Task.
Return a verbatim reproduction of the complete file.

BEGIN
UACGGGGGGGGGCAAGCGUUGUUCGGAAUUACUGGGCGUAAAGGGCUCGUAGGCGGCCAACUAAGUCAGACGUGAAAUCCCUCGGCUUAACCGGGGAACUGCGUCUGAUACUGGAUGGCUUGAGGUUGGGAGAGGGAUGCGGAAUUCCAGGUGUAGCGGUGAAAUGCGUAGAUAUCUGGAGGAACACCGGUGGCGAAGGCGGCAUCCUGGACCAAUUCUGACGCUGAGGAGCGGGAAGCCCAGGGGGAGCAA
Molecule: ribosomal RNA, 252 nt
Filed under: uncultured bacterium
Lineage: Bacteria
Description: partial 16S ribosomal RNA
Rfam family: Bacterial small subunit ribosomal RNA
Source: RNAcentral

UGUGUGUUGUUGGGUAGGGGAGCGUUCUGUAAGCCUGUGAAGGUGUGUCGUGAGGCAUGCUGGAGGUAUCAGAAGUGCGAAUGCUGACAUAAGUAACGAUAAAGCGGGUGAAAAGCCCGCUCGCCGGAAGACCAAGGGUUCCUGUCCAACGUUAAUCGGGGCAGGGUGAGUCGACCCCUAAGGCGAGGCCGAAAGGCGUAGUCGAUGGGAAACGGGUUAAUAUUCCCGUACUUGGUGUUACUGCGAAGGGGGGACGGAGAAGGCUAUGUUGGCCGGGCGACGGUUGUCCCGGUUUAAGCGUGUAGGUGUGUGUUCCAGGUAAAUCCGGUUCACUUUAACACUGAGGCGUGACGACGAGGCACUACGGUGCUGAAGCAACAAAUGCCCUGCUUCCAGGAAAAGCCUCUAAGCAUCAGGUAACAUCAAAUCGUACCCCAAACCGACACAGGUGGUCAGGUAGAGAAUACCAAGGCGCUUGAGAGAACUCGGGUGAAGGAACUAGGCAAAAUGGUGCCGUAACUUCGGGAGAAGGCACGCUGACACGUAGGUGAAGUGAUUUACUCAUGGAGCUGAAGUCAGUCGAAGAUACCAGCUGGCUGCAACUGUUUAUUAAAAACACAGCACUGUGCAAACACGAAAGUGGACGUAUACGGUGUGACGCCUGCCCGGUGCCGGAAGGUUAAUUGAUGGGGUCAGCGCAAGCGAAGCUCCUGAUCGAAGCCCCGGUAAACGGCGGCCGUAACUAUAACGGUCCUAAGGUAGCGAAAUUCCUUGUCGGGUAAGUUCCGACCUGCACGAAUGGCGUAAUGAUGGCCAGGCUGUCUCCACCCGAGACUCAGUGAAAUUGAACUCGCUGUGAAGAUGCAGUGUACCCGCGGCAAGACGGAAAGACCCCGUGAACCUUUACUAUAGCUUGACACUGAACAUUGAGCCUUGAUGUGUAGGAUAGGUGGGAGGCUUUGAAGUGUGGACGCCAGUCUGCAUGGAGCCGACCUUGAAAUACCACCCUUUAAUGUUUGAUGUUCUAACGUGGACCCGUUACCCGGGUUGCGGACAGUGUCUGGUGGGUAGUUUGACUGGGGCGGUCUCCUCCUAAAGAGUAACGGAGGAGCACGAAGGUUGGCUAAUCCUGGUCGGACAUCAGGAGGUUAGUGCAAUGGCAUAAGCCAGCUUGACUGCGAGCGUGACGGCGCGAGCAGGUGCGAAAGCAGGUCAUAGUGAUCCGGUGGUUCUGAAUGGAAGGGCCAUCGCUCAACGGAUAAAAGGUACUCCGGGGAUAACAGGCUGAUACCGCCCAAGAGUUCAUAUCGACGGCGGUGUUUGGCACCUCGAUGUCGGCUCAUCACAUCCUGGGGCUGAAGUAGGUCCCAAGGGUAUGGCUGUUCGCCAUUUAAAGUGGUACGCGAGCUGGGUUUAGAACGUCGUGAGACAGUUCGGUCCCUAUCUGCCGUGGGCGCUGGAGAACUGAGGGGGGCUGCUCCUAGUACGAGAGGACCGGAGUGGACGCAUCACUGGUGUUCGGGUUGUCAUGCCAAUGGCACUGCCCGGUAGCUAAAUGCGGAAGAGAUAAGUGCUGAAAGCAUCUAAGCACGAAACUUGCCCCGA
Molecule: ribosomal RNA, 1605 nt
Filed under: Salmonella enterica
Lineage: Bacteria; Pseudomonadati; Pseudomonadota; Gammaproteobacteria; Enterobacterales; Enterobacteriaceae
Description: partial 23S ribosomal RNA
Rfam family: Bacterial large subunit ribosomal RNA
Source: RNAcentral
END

UACGGGGGGGGGCAAGCGUUGUUCGGAAUUACUGGGCGUAAAGGGCUCGUAGGCGGCCAACUAAGUCAGACGUGAAAUCCCUCGGCUUAACCGGGGAACUGCGUCUGAUACUGGAUGGCUUGAGGUUGGGAGAGGGAUGCGGAAUUCCAGGUGUAGCGGUGAAAUGCGUAGAUAUCUGGAGGAACACCGGUGGCGAAGGCGGCAUCCUGGACCAAUUCUGACGCUGAGGAGCGGGAAGCCCAGGGGGAGCAA
Molecule: ribosomal RNA, 252 nt
Filed under: uncultured bacterium
Lineage: Bacteria
Description: partial 16S ribosomal RNA
Rfam family: Bacterial small subunit ribosomal RNA
Source: RNAcentral

UGUGUGUUGUUGGGUAGGGGAGCGUUCUGUAAGCCUGUGAAGGUGUGUCGUGAGGCAUGCUGGAGGUAUCAGAAGUGCGAAUGCUGACAUAAGUAACGAUAAAGCGGGUGAAAAGCCCGCUCGCCGGAAGACCAAGGGUUCCUGUCCAACGUUAAUCGGGGCAGGGUGAGUCGACCCCUAAGGCGAGGCCGAAAGGCGUAGUCGAUGGGAAACGGGUUAAUAUUCCCGUACUUGGUGUUACUGCGAAGGGGGGACGGAGAAGGCUAUGUUGGCCGGGCGACGGUUGUCCCGGUUUAAGCGUGUAGGUGUGUGUUCCAGGUAAAUCCGGUUCACUUUAACACUGAGGCGUGACGACGAGGCACUACGGUGCUGAAGCAACAAAUGCCCUGCUUCCAGGAAAAGCCUCUAAGCAUCAGGUAACAUCAAAUCGUACCCCAAACCGACACAGGUGGUCAGGUAGAGAAUACCAAGGCGCUUGAGAGAACUCGGGUGAAGGAACUAGGCAAAAUGGUGCCGUAACUUCGGGAGAAGGCACGCUGACACGUAGGUGAAGUGAUUUACUCAUGGAGCUGAAGUCAGUCGAAGAUACCAGCUGGCUGCAACUGUUUAUUAAAAACACAGCACUGUGCAAACACGAAAGUGGACGUAUACGGUGUGACGCCUGCCCGGUGCCGGAAGGUUAAUUGAUGGGGUCAGCGCAAGCGAAGCUCCUGAUCGAAGCCCCGGUAAACGGCGGCCGUAACUAUAACGGUCCUAAGGUAGCGAAAUUCCUUGUCGGGUAAGUUCCGACCUGCACGAAUGGCGUAAUGAUGGCCAGGCUGUCUCCACCCGAGACUCAGUGAAAUUGAACUCGCUGUGAAGAUGCAGUGUACCCGCGGCAAGACGGAAAGACCCCGUGAACCUUUACUAUAGCUUGACACUGAACAUUGAGCCUUGAUGUGUAGGAUAGGUGGGAGGCUUUGAAGUGUGGACGCCAGUCUGCAUGGAGCCGACCUUGAAAUACCACCCUUUAAUGUUUGAUGUUCUAACGUGGACCCGUUACCCGGGUUGCGGACAGUGUCUGGUGGGUAGUUUGACUGGGGCGGUCUCCUCCUAAAGAGUAACGGAGGAGCACGAAGGUUGGCUAAUCCUGGUCGGACAUCAGGAGGUUAGUGCAAUGGCAUAAGCCAGCUUGACUGCGAGCGUGACGGCGCGAGCAGGUGCGAAAGCAGGUCAUAGUGAUCCGGUGGUUCUGAAUGGAAGGGCCAUCGCUCAACGGAUAAAAGGUACUCCGGGGAUAACAGGCUGAUACCGCCCAAGAGUUCAUAUCGACGGCGGUGUUUGGCACCUCGAUGUCGGCUCAUCACAUCCUGGGGCUGAAGUAGGUCCCAAGGGUAUGGCUGUUCGCCAUUUAAAGUGGUACGCGAGCUGGGUUUAGAACGUCGUGAGACAGUUCGGUCCCUAUCUGCCGUGGGCGCUGGAGAACUGAGGGGGGCUGCUCCUAGUACGAGAGGACCGGAGUGGACGCAUCACUGGUGUUCGGGUUGUCAUGCCAAUGGCACUGCCCGGUAGCUAAAUGCGGAAGAGAUAAGUGCUGAAAGCAUCUAAGCACGAAACUUGCCCCGA
Molecule: ribosomal RNA, 1605 nt
Filed under: Salmonella enterica
Lineage: Bacteria; Pseudomonadati; Pseudomonadota; Gammaproteobacteria; Enterobacterales; Enterobacteriaceae
Description: partial 23S ribosomal RNA
Rfam family: Bacterial large subunit ribosomal RNA
Source: RNAcentral